Shaktism book cover
context information

Shakta (शाक्त, śākta) or Shaktism (śāktism) represents a tradition of Hinduism where the Goddess (Devi) is revered and worshipped. Shakta literature includes a range of scriptures, including various Agamas and Tantras, although its roots may be traced back to the Vedas.

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Languages of India and abroad

Marathi-English dictionary

Source: DDSA: The Molesworth Marathi and English Dictionary

phāṇṭa (फांट).—m (phāṭaṇēṃ) An objection (as raised or started against); a flaw, fault, or imperfection (as discovered in). v ghē. 2 Disagreement or discrepancy (as of statements). 3 Nautical term. Backing with an oar to turn the head of the boat. With valhēṃ or nāvēsa, galabatāsa &c. and v dhara, kara. 4 n An infusion (esp. of drugs).

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phāṇṭā (फांटा) [or फाटा, phāṭā].—m (phāṭaṇēṃ) An arm, a branch, a long divergent portion (of a tree, river, road, hill): an arm (of a letter); a line or stroke (as drawn through a letter). 2 fig. A digression (in a discourse); an episode. 3 Esp. in nandabhāṣā. An aṇa or 1/16th of a rupee. phāṇṭā dēṇēṃ (To draw a line through, to cross.) To turn off, to dismiss. phāṇṭā phuṭaṇēṃ or bharaṇēṃ in. con. To get crazy or cracked. phāṭā phuṭalēlā (or, poetice, phuṭalā) Wild or wandering in mind. Ex. phāṭā phuṭalā disē bahuta || baḍabaḍīta bhalatēñci ||. mukhīṃ (or tōṇḍīṃ or tōṇḍālā) phāṭā bharaṇēṃ To run off into wildly nonsensical talk. Ex. mhaṇōni mukhīṃ bharalā phāṭā || baḍabaḍē cōhaṭā bhalatēñci ||. phāṇṭē phōḍaṇēṃ To make difficulties; to start objections or devious excuses.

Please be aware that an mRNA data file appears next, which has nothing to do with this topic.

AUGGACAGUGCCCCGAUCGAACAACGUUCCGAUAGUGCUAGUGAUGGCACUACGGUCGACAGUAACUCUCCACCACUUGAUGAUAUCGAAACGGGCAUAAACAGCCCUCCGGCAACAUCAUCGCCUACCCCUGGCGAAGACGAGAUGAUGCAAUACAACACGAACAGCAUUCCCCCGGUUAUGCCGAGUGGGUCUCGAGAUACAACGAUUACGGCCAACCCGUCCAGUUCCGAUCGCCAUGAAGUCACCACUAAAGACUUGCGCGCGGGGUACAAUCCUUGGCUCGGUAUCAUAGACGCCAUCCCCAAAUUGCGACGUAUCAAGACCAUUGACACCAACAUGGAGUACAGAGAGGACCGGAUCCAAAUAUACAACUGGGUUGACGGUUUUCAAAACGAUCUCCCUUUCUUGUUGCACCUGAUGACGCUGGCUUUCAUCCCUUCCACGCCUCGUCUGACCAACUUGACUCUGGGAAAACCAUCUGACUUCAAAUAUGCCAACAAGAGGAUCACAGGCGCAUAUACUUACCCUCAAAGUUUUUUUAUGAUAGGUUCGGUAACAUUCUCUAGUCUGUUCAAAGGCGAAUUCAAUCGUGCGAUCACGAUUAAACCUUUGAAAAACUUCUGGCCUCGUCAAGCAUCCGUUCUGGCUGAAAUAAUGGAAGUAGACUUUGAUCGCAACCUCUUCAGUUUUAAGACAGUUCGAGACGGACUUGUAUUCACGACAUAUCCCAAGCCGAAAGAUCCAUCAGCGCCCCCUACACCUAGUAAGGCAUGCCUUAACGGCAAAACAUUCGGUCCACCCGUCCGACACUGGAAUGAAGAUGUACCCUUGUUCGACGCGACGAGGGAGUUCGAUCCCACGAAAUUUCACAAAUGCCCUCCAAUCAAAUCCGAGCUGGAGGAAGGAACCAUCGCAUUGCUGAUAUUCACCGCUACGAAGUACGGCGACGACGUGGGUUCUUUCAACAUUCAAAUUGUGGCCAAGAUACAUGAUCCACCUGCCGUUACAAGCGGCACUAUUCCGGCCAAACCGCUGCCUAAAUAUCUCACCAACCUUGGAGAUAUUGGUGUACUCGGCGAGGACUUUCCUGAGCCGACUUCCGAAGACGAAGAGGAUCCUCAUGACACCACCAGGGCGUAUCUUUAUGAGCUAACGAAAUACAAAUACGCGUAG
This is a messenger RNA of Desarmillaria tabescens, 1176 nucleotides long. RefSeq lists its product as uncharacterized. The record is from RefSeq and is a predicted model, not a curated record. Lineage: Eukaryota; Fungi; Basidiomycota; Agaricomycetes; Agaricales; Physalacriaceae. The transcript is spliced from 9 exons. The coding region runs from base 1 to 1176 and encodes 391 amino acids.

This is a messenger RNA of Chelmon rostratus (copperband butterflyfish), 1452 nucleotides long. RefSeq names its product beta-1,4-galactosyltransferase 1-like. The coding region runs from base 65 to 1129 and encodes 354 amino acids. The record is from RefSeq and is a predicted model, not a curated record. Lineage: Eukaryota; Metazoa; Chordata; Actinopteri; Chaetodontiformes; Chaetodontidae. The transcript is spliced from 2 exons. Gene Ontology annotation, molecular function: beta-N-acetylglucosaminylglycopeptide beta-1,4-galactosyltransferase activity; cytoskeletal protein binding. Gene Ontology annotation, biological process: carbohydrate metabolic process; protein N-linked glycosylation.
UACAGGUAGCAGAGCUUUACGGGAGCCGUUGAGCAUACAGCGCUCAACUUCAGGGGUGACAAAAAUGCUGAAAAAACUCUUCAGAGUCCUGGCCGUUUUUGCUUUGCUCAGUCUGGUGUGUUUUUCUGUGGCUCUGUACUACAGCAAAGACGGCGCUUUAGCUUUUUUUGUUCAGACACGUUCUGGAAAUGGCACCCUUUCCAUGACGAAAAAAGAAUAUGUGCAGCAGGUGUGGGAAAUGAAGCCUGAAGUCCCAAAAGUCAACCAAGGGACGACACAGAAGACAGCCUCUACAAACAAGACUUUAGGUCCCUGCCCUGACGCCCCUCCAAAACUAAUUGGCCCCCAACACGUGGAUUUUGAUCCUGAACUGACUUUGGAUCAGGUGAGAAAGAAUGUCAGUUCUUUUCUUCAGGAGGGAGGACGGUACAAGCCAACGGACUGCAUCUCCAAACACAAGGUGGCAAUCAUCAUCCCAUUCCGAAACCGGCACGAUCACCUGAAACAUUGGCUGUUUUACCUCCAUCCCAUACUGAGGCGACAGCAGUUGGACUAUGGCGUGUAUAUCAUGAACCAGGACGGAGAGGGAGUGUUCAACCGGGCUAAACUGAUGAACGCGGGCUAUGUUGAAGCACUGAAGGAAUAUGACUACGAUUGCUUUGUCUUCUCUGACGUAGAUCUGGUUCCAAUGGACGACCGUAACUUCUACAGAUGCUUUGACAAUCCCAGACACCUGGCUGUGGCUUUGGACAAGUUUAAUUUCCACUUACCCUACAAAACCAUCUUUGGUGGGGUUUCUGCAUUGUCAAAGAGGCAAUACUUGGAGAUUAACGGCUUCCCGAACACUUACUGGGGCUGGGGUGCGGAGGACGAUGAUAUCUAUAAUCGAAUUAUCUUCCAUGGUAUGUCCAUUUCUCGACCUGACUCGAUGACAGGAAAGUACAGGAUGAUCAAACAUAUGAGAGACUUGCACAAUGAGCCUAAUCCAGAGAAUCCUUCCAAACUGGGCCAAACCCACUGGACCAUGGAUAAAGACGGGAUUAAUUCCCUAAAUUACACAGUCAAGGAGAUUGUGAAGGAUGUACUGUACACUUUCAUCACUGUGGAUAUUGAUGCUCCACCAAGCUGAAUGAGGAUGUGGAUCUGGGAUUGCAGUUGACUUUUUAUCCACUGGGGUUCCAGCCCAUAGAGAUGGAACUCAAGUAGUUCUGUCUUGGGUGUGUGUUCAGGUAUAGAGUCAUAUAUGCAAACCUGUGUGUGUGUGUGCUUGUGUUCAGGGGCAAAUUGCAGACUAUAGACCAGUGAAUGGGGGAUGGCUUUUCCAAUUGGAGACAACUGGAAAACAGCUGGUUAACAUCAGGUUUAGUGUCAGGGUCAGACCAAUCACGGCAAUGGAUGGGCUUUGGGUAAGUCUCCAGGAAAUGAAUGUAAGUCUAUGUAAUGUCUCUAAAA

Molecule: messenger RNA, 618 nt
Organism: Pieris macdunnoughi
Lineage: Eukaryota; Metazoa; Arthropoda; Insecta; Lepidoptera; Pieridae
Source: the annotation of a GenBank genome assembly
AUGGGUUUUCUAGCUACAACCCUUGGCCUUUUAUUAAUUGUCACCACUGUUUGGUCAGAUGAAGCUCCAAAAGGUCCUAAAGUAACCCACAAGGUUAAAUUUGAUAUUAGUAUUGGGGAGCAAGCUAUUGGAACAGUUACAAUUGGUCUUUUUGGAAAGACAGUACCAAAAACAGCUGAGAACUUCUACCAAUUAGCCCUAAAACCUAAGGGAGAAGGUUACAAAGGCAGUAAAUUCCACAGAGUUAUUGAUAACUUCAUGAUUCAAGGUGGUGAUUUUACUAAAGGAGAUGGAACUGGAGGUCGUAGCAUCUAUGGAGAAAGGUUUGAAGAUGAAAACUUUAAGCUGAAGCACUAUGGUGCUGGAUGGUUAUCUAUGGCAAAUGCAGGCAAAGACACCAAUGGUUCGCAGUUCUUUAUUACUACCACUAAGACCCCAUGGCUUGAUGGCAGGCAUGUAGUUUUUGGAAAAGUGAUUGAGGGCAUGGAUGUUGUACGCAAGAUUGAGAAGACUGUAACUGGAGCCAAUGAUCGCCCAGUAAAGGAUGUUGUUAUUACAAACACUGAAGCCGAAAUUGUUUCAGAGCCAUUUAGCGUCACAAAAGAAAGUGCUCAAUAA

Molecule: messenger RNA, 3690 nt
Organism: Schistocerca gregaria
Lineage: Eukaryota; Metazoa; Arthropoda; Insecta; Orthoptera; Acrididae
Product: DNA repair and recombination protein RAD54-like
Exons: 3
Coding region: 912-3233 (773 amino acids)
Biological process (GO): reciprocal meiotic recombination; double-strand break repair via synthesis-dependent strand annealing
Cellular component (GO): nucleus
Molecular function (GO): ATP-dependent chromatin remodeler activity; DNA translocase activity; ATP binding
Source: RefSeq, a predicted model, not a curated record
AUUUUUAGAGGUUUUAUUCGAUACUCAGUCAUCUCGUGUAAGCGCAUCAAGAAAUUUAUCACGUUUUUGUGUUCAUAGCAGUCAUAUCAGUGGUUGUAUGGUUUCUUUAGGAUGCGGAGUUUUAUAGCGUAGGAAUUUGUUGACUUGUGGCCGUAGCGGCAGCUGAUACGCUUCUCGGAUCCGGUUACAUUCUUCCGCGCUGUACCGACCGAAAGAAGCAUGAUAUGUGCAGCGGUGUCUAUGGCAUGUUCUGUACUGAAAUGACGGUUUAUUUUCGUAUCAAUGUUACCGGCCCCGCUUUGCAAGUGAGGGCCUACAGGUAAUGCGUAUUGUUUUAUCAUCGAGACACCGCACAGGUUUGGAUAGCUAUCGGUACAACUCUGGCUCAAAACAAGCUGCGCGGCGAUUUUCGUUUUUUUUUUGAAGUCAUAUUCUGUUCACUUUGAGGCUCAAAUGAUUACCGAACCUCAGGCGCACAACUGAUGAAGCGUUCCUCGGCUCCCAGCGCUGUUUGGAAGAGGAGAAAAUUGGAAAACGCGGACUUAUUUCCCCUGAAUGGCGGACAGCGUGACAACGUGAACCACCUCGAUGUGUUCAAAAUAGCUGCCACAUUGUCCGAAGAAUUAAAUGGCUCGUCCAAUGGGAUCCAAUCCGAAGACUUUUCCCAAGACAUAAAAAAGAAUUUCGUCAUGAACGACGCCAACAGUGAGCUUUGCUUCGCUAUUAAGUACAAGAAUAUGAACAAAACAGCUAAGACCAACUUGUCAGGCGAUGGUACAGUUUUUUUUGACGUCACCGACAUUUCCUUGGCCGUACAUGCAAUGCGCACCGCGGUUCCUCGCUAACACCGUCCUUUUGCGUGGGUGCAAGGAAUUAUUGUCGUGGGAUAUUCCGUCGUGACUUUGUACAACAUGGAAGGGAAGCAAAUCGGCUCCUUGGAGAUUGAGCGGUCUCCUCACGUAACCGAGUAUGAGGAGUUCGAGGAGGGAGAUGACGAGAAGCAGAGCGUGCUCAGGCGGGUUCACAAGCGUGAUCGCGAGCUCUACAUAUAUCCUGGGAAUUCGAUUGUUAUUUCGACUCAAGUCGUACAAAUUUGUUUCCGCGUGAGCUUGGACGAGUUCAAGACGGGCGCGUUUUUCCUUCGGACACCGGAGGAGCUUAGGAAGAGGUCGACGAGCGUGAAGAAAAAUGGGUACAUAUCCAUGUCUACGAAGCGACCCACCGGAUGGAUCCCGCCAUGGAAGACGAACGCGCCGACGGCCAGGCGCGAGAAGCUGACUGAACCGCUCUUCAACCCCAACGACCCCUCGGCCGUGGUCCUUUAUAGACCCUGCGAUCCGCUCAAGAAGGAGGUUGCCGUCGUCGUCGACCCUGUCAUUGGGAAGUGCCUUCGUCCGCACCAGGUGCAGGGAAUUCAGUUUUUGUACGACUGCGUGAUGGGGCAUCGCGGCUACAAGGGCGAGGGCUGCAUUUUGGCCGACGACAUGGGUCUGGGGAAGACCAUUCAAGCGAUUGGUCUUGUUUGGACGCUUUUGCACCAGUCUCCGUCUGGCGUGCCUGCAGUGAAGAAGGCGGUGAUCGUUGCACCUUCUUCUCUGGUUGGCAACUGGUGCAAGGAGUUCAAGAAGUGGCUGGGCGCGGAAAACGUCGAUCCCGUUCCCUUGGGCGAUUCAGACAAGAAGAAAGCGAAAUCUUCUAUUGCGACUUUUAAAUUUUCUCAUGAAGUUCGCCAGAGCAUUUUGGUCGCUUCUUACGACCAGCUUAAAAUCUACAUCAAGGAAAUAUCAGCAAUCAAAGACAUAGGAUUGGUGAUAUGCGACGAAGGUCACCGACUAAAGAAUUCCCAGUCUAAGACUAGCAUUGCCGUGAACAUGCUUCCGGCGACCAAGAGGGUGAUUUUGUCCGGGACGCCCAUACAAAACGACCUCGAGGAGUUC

Source: DDSA: The Aryabhusan school dictionary, Marathi-English

phāṇṭa (फांट).—m A flaw, fault. Discrepancy (as of statements). Backing with an oar.

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phāṇṭā (फांटा) [or phāṭā, or फाटा].—m An arm, a branch. An arm (of a letter). A digression (in a discourse); an episode. phāṇṭā dēṇēṃ To turn off, to dismiss. phāṇṭā phuṭaṇēṃ or bharaṇēṃ To get crazy or cracked. phāṇṭā phuṭa- lēlā (or, poetic, phuṭalā) Wild and wandering in mind. mukhīṃ (or tōṇḍī or tōṇḍālā) phāṇṭā bharaṇēṃ To run off into wildly nonsensical talk. phāṇṭē phōḍaṇēṃ To create difficulties; to start objec- tions or devious excuses.

context information

Marathi is an Indo-European language having over 70 million native speakers people in (predominantly) Maharashtra India. Marathi, like many other Indo-Aryan languages, evolved from early forms of Prakrit, which itself is a subset of Sanskrit, one of the most ancient languages of the world.

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Sanskrit dictionary

Source: DDSA: The practical Sanskrit-English dictionary

Phāṇṭa (फाण्ट).—a. Made by an easy process, readily or easily prepared (as a decoction).

-ṭaḥ, -ṭam An infusion, decoction; फाण्टमनायाससाध्यः कषायविशेषः (phāṇṭamanāyāsasādhyaḥ kaṣāyaviśeṣaḥ) Sk.; फाण्टचित्रास्त्र- पाणयः (phāṇṭacitrāstra- pāṇayaḥ) Bhaṭṭikāvya 9.17. (see the commentary; yadaśṛtamapiṣṭaṃ kaṣāyamudakasaṃparkamātrādvibhaktarasam īṣaduṣṇaṃ tadalpaprayāsasādhyatvāt phāṇṭa- mityucyate |); क्षुणद्रव्यफले सम्यक् जलमुष्णं विनिक्षिपेत् । पात्रे चतु- ष्पलमितं ततस्तु स्रावयेज्जलम् । सोऽयं चूर्णद्रवः फाण्टो भिषग्भिरभिधीयते (kṣuṇadravyaphale samyak jalamuṣṇaṃ vinikṣipet | pātre catu- ṣpalamitaṃ tatastu srāvayejjalam | so'yaṃ cūrṇadravaḥ phāṇṭo bhiṣagbhirabhidhīyate) Vaidyaka.